Reverse mortgage loans were introduced in 1961, and Home Equity Conversion Mortgages (HECM) have been insured by the Federal Housing Administration (FHA) since 1990. Over the years, they’ve evolved into one of the most well-developed loan products in the mortgage industry and can be a great benefit to senior homeowners.
In essence, reverse mortgage loans are a way for homeowners who are 62 and older to improve their financial situation during retirement. They allow seniors to borrow money based on the value of their homes. However, unlike traditional home equity loans, payment on the debt is deferred by the borrower. The loan does not have to be paid back until they move out of their home or until they pass way. In the case of the latter, the debt would be taken out of the profits from the sale of their home or from their estate.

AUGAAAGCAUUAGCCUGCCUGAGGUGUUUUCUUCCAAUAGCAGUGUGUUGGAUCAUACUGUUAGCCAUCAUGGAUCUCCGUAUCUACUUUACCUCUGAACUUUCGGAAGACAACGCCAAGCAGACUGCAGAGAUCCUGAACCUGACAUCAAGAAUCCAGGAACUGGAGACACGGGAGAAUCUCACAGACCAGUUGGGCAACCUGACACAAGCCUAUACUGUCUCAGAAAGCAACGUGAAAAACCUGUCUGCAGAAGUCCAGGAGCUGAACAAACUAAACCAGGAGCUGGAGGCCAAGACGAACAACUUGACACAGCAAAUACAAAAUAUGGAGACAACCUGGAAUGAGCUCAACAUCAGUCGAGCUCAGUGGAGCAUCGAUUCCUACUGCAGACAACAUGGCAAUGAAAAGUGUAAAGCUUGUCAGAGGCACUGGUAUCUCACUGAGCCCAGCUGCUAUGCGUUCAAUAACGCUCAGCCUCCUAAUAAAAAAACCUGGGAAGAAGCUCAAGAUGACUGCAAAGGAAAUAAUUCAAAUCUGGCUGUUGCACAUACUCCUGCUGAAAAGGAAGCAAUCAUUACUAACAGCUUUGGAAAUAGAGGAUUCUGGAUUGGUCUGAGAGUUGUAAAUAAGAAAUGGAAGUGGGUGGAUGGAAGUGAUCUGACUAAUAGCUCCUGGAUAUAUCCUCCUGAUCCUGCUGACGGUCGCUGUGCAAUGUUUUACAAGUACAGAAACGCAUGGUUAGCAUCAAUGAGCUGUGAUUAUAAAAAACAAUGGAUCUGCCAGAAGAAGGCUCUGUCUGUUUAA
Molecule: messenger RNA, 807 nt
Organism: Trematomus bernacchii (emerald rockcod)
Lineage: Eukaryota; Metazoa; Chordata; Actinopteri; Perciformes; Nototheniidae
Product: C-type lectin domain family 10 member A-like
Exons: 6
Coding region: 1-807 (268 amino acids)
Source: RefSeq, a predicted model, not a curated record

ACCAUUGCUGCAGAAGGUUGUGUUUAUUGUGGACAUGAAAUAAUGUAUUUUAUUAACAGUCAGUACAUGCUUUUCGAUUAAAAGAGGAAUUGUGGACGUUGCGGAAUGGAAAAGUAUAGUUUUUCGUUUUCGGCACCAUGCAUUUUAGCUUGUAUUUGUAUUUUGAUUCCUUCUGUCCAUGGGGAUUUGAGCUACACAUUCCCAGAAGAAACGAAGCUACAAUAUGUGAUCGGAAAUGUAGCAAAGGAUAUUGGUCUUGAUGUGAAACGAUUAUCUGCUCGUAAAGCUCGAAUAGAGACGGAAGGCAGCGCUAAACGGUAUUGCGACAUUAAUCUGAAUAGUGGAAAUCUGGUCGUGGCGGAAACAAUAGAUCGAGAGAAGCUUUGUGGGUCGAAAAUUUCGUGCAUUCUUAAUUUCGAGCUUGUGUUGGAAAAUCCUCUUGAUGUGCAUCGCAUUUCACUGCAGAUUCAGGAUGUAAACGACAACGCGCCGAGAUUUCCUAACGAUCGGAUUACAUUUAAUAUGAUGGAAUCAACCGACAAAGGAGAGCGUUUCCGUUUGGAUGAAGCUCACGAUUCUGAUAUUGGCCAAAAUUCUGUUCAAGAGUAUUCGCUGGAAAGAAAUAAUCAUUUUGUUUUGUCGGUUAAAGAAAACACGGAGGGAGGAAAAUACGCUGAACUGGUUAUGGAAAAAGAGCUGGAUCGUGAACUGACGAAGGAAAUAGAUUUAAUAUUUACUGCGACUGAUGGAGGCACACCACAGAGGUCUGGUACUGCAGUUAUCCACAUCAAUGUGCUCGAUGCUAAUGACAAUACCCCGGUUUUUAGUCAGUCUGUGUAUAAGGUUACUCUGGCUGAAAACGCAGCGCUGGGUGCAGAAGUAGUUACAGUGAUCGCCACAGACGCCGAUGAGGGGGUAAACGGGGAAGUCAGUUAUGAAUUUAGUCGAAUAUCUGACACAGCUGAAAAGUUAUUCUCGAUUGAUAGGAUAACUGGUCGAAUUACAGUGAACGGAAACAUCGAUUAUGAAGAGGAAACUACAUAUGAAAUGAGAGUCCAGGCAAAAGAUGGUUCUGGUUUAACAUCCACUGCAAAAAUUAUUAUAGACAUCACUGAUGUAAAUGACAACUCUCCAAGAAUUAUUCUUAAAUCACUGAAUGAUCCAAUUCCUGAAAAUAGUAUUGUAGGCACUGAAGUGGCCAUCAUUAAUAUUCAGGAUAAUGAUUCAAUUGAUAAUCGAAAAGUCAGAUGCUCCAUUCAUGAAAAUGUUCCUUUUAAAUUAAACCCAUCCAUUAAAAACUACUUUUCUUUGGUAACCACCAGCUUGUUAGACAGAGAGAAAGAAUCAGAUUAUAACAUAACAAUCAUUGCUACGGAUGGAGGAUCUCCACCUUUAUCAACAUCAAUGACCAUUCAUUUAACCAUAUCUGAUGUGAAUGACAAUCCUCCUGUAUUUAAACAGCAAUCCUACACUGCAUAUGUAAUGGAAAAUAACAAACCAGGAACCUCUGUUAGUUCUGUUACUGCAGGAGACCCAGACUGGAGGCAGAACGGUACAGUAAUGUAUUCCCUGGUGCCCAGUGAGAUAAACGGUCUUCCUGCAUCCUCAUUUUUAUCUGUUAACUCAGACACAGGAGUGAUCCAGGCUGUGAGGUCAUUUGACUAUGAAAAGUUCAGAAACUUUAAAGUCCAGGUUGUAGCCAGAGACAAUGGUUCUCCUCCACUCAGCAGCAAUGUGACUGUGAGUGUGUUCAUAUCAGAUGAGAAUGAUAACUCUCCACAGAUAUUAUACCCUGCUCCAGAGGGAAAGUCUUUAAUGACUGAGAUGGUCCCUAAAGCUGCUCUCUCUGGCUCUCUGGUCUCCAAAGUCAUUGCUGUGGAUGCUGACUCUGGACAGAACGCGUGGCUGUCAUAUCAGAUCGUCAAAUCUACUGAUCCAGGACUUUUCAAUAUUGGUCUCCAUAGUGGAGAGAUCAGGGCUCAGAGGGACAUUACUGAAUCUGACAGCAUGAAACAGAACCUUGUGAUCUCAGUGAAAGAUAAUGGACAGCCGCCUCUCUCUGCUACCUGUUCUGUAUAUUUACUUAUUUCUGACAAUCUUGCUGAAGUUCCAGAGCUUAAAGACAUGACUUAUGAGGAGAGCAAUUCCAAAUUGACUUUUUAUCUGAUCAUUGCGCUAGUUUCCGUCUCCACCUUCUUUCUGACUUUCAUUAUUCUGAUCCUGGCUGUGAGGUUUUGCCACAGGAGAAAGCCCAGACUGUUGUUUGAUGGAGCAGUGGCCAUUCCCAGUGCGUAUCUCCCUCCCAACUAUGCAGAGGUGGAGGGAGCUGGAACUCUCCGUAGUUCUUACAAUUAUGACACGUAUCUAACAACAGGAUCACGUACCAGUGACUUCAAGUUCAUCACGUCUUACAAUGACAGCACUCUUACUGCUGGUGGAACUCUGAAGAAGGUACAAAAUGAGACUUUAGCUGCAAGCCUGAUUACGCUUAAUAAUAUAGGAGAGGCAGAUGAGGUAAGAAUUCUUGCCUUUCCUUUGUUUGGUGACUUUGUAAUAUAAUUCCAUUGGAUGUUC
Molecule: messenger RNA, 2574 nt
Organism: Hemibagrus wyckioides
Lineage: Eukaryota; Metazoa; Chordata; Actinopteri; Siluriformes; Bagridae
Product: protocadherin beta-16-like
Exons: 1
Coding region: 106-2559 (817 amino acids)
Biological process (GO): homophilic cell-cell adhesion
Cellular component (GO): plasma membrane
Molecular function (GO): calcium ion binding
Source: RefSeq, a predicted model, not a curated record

What to Consider Before Taking Out A Reverse Mortgage Loan
How Does a Reverse Mortgage Work?
Many retired seniors have fixed incomes, so reverse mortgages can offer some financial peace of mind during their golden years. But exactly how much? Well, the loan amount is determined by several factors, including the home’s value, how much the borrower owes on the mortgage and other home loans, and the borrowers’ age. In addition:
- The age of the youngest borrower determines the loan amount. The older the borrowers are, the more money they will be able to draw on the loan.
- Borrowers have the option of receiving a lump sum, a monthly payment, a line of credit, or a combination of monthly payments and a line of credit.
- The borrowers’ home must be their primary residence.
- If the borrowers’ home is worth less than what’s still owed on the loan (and the loan is an HECM loan), all the money from the sale of the home goes to the loan and it’s deemed paid.